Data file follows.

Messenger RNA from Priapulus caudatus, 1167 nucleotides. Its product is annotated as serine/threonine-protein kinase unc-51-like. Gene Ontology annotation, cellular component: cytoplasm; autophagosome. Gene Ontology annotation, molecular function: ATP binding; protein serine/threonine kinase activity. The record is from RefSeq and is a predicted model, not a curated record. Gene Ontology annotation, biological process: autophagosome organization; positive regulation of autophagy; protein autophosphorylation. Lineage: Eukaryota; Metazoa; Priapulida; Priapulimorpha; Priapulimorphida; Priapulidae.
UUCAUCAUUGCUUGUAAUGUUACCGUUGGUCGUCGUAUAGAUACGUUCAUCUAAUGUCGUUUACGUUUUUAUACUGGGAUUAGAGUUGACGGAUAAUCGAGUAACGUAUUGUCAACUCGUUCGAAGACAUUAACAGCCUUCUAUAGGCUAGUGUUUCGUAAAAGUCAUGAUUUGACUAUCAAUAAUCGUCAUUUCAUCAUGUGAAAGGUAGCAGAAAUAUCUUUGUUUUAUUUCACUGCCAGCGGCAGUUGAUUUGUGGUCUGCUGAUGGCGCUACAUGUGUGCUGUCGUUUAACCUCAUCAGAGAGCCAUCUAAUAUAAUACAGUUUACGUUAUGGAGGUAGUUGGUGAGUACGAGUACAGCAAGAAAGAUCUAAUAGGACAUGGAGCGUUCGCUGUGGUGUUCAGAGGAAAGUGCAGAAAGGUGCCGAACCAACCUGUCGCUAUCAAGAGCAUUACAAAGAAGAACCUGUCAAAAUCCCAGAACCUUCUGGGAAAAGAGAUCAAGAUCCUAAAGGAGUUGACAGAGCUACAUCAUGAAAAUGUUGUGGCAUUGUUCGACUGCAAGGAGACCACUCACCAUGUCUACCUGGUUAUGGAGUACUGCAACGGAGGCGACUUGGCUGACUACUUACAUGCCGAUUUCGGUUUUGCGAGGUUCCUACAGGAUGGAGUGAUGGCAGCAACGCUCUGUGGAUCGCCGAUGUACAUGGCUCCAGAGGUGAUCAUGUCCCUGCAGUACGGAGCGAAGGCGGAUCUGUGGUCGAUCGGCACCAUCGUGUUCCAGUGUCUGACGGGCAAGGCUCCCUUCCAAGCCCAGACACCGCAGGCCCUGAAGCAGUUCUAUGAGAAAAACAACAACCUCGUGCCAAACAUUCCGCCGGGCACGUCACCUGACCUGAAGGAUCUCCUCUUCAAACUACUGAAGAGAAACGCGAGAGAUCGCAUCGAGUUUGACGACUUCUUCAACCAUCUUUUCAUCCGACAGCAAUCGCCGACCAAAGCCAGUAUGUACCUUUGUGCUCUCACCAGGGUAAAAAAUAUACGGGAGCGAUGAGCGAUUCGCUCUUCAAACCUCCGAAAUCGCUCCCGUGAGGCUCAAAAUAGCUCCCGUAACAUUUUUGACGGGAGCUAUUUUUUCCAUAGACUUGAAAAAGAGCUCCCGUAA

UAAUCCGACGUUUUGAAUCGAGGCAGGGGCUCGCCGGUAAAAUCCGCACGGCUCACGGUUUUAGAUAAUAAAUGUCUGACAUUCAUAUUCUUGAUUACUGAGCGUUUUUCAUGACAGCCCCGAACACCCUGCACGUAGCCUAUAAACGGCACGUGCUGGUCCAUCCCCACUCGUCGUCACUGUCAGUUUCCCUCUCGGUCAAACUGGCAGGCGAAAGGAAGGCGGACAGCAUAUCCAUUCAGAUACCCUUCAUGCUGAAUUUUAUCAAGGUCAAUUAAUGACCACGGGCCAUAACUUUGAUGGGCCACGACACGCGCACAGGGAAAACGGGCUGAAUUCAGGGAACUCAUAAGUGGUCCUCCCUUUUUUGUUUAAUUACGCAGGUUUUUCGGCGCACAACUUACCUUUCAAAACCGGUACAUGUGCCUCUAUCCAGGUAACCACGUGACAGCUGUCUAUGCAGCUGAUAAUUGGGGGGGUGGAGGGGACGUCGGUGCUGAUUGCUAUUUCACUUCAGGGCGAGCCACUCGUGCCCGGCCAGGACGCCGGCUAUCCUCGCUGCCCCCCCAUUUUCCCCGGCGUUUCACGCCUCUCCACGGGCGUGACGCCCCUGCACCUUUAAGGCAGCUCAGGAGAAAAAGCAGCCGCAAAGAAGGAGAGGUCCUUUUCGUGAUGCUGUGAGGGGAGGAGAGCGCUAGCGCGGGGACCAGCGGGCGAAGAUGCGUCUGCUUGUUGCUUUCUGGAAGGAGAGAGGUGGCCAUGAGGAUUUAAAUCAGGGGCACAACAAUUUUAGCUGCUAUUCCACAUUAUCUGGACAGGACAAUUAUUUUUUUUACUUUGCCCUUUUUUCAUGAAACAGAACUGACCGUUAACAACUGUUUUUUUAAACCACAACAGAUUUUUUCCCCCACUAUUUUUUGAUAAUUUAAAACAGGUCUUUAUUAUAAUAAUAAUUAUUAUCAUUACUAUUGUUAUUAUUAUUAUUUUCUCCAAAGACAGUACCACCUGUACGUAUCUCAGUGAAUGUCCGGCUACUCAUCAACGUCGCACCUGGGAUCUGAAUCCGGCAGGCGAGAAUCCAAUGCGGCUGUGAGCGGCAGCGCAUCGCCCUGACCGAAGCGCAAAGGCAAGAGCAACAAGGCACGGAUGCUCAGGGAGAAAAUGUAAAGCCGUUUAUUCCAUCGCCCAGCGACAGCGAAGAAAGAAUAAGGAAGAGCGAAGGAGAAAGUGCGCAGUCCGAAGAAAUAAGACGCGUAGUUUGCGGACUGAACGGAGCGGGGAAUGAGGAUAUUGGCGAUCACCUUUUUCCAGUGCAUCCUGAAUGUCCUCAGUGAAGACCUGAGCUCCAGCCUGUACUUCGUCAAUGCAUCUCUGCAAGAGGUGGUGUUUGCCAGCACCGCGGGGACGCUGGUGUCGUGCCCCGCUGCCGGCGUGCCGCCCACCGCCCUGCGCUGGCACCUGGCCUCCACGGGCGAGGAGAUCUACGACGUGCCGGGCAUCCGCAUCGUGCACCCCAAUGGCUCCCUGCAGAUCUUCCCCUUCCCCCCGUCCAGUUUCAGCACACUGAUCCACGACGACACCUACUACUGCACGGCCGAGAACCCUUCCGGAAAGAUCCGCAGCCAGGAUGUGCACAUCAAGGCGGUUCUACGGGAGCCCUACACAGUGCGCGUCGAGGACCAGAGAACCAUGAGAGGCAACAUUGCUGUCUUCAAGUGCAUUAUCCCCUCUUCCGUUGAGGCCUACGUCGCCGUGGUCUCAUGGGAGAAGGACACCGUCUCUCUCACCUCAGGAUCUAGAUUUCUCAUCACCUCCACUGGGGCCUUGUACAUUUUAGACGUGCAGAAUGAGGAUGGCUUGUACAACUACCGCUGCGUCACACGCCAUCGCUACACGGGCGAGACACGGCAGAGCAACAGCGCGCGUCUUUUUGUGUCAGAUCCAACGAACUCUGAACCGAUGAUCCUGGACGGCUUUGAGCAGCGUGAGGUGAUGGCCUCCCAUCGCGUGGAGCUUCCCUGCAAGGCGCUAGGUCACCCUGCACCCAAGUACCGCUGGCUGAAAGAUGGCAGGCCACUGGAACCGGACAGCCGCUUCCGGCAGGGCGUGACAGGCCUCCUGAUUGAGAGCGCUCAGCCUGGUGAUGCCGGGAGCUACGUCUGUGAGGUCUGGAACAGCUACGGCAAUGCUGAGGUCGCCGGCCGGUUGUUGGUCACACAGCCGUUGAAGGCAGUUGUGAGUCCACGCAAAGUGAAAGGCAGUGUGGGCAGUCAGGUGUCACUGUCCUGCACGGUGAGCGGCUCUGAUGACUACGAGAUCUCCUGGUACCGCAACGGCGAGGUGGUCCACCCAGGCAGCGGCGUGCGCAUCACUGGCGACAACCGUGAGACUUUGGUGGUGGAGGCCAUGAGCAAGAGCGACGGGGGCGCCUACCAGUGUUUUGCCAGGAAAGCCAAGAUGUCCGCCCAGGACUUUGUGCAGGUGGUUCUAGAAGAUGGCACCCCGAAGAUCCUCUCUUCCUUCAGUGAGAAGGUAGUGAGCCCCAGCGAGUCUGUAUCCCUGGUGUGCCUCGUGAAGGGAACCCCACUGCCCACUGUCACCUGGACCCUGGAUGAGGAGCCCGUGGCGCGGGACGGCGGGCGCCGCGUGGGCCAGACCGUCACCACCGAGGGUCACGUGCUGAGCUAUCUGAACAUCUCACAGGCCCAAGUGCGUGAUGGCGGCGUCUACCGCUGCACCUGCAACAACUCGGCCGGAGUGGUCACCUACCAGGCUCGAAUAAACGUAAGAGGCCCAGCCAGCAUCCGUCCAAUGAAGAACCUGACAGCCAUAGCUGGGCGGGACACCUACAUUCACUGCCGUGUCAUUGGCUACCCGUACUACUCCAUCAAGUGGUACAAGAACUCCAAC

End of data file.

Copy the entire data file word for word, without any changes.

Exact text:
Messenger RNA from Priapulus caudatus, 1167 nucleotides. Its product is annotated as serine/threonine-protein kinase unc-51-like. Gene Ontology annotation, cellular component: cytoplasm; autophagosome. Gene Ontology annotation, molecular function: ATP binding; protein serine/threonine kinase activity. The record is from RefSeq and is a predicted model, not a curated record. Gene Ontology annotation, biological process: autophagosome organization; positive regulation of autophagy; protein autophosphorylation. Lineage: Eukaryota; Metazoa; Priapulida; Priapulimorpha; Priapulimorphida; Priapulidae.
UUCAUCAUUGCUUGUAAUGUUACCGUUGGUCGUCGUAUAGAUACGUUCAUCUAAUGUCGUUUACGUUUUUAUACUGGGAUUAGAGUUGACGGAUAAUCGAGUAACGUAUUGUCAACUCGUUCGAAGACAUUAACAGCCUUCUAUAGGCUAGUGUUUCGUAAAAGUCAUGAUUUGACUAUCAAUAAUCGUCAUUUCAUCAUGUGAAAGGUAGCAGAAAUAUCUUUGUUUUAUUUCACUGCCAGCGGCAGUUGAUUUGUGGUCUGCUGAUGGCGCUACAUGUGUGCUGUCGUUUAACCUCAUCAGAGAGCCAUCUAAUAUAAUACAGUUUACGUUAUGGAGGUAGUUGGUGAGUACGAGUACAGCAAGAAAGAUCUAAUAGGACAUGGAGCGUUCGCUGUGGUGUUCAGAGGAAAGUGCAGAAAGGUGCCGAACCAACCUGUCGCUAUCAAGAGCAUUACAAAGAAGAACCUGUCAAAAUCCCAGAACCUUCUGGGAAAAGAGAUCAAGAUCCUAAAGGAGUUGACAGAGCUACAUCAUGAAAAUGUUGUGGCAUUGUUCGACUGCAAGGAGACCACUCACCAUGUCUACCUGGUUAUGGAGUACUGCAACGGAGGCGACUUGGCUGACUACUUACAUGCCGAUUUCGGUUUUGCGAGGUUCCUACAGGAUGGAGUGAUGGCAGCAACGCUCUGUGGAUCGCCGAUGUACAUGGCUCCAGAGGUGAUCAUGUCCCUGCAGUACGGAGCGAAGGCGGAUCUGUGGUCGAUCGGCACCAUCGUGUUCCAGUGUCUGACGGGCAAGGCUCCCUUCCAAGCCCAGACACCGCAGGCCCUGAAGCAGUUCUAUGAGAAAAACAACAACCUCGUGCCAAACAUUCCGCCGGGCACGUCACCUGACCUGAAGGAUCUCCUCUUCAAACUACUGAAGAGAAACGCGAGAGAUCGCAUCGAGUUUGACGACUUCUUCAACCAUCUUUUCAUCCGACAGCAAUCGCCGACCAAAGCCAGUAUGUACCUUUGUGCUCUCACCAGGGUAAAAAAUAUACGGGAGCGAUGAGCGAUUCGCUCUUCAAACCUCCGAAAUCGCUCCCGUGAGGCUCAAAAUAGCUCCCGUAACAUUUUUGACGGGAGCUAUUUUUUCCAUAGACUUGAAAAAGAGCUCCCGUAA

UAAUCCGACGUUUUGAAUCGAGGCAGGGGCUCGCCGGUAAAAUCCGCACGGCUCACGGUUUUAGAUAAUAAAUGUCUGACAUUCAUAUUCUUGAUUACUGAGCGUUUUUCAUGACAGCCCCGAACACCCUGCACGUAGCCUAUAAACGGCACGUGCUGGUCCAUCCCCACUCGUCGUCACUGUCAGUUUCCCUCUCGGUCAAACUGGCAGGCGAAAGGAAGGCGGACAGCAUAUCCAUUCAGAUACCCUUCAUGCUGAAUUUUAUCAAGGUCAAUUAAUGACCACGGGCCAUAACUUUGAUGGGCCACGACACGCGCACAGGGAAAACGGGCUGAAUUCAGGGAACUCAUAAGUGGUCCUCCCUUUUUUGUUUAAUUACGCAGGUUUUUCGGCGCACAACUUACCUUUCAAAACCGGUACAUGUGCCUCUAUCCAGGUAACCACGUGACAGCUGUCUAUGCAGCUGAUAAUUGGGGGGGUGGAGGGGACGUCGGUGCUGAUUGCUAUUUCACUUCAGGGCGAGCCACUCGUGCCCGGCCAGGACGCCGGCUAUCCUCGCUGCCCCCCCAUUUUCCCCGGCGUUUCACGCCUCUCCACGGGCGUGACGCCCCUGCACCUUUAAGGCAGCUCAGGAGAAAAAGCAGCCGCAAAGAAGGAGAGGUCCUUUUCGUGAUGCUGUGAGGGGAGGAGAGCGCUAGCGCGGGGACCAGCGGGCGAAGAUGCGUCUGCUUGUUGCUUUCUGGAAGGAGAGAGGUGGCCAUGAGGAUUUAAAUCAGGGGCACAACAAUUUUAGCUGCUAUUCCACAUUAUCUGGACAGGACAAUUAUUUUUUUUACUUUGCCCUUUUUUCAUGAAACAGAACUGACCGUUAACAACUGUUUUUUUAAACCACAACAGAUUUUUUCCCCCACUAUUUUUUGAUAAUUUAAAACAGGUCUUUAUUAUAAUAAUAAUUAUUAUCAUUACUAUUGUUAUUAUUAUUAUUUUCUCCAAAGACAGUACCACCUGUACGUAUCUCAGUGAAUGUCCGGCUACUCAUCAACGUCGCACCUGGGAUCUGAAUCCGGCAGGCGAGAAUCCAAUGCGGCUGUGAGCGGCAGCGCAUCGCCCUGACCGAAGCGCAAAGGCAAGAGCAACAAGGCACGGAUGCUCAGGGAGAAAAUGUAAAGCCGUUUAUUCCAUCGCCCAGCGACAGCGAAGAAAGAAUAAGGAAGAGCGAAGGAGAAAGUGCGCAGUCCGAAGAAAUAAGACGCGUAGUUUGCGGACUGAACGGAGCGGGGAAUGAGGAUAUUGGCGAUCACCUUUUUCCAGUGCAUCCUGAAUGUCCUCAGUGAAGACCUGAGCUCCAGCCUGUACUUCGUCAAUGCAUCUCUGCAAGAGGUGGUGUUUGCCAGCACCGCGGGGACGCUGGUGUCGUGCCCCGCUGCCGGCGUGCCGCCCACCGCCCUGCGCUGGCACCUGGCCUCCACGGGCGAGGAGAUCUACGACGUGCCGGGCAUCCGCAUCGUGCACCCCAAUGGCUCCCUGCAGAUCUUCCCCUUCCCCCCGUCCAGUUUCAGCACACUGAUCCACGACGACACCUACUACUGCACGGCCGAGAACCCUUCCGGAAAGAUCCGCAGCCAGGAUGUGCACAUCAAGGCGGUUCUACGGGAGCCCUACACAGUGCGCGUCGAGGACCAGAGAACCAUGAGAGGCAACAUUGCUGUCUUCAAGUGCAUUAUCCCCUCUUCCGUUGAGGCCUACGUCGCCGUGGUCUCAUGGGAGAAGGACACCGUCUCUCUCACCUCAGGAUCUAGAUUUCUCAUCACCUCCACUGGGGCCUUGUACAUUUUAGACGUGCAGAAUGAGGAUGGCUUGUACAACUACCGCUGCGUCACACGCCAUCGCUACACGGGCGAGACACGGCAGAGCAACAGCGCGCGUCUUUUUGUGUCAGAUCCAACGAACUCUGAACCGAUGAUCCUGGACGGCUUUGAGCAGCGUGAGGUGAUGGCCUCCCAUCGCGUGGAGCUUCCCUGCAAGGCGCUAGGUCACCCUGCACCCAAGUACCGCUGGCUGAAAGAUGGCAGGCCACUGGAACCGGACAGCCGCUUCCGGCAGGGCGUGACAGGCCUCCUGAUUGAGAGCGCUCAGCCUGGUGAUGCCGGGAGCUACGUCUGUGAGGUCUGGAACAGCUACGGCAAUGCUGAGGUCGCCGGCCGGUUGUUGGUCACACAGCCGUUGAAGGCAGUUGUGAGUCCACGCAAAGUGAAAGGCAGUGUGGGCAGUCAGGUGUCACUGUCCUGCACGGUGAGCGGCUCUGAUGACUACGAGAUCUCCUGGUACCGCAACGGCGAGGUGGUCCACCCAGGCAGCGGCGUGCGCAUCACUGGCGACAACCGUGAGACUUUGGUGGUGGAGGCCAUGAGCAAGAGCGACGGGGGCGCCUACCAGUGUUUUGCCAGGAAAGCCAAGAUGUCCGCCCAGGACUUUGUGCAGGUGGUUCUAGAAGAUGGCACCCCGAAGAUCCUCUCUUCCUUCAGUGAGAAGGUAGUGAGCCCCAGCGAGUCUGUAUCCCUGGUGUGCCUCGUGAAGGGAACCCCACUGCCCACUGUCACCUGGACCCUGGAUGAGGAGCCCGUGGCGCGGGACGGCGGGCGCCGCGUGGGCCAGACCGUCACCACCGAGGGUCACGUGCUGAGCUAUCUGAACAUCUCACAGGCCCAAGUGCGUGAUGGCGGCGUCUACCGCUGCACCUGCAACAACUCGGCCGGAGUGGUCACCUACCAGGCUCGAAUAAACGUAAGAGGCCCAGCCAGCAUCCGUCCAAUGAAGAACCUGACAGCCAUAGCUGGGCGGGACACCUACAUUCACUGCCGUGUCAUUGGCUACCCGUACUACUCCAUCAAGUGGUACAAGAACUCCAAC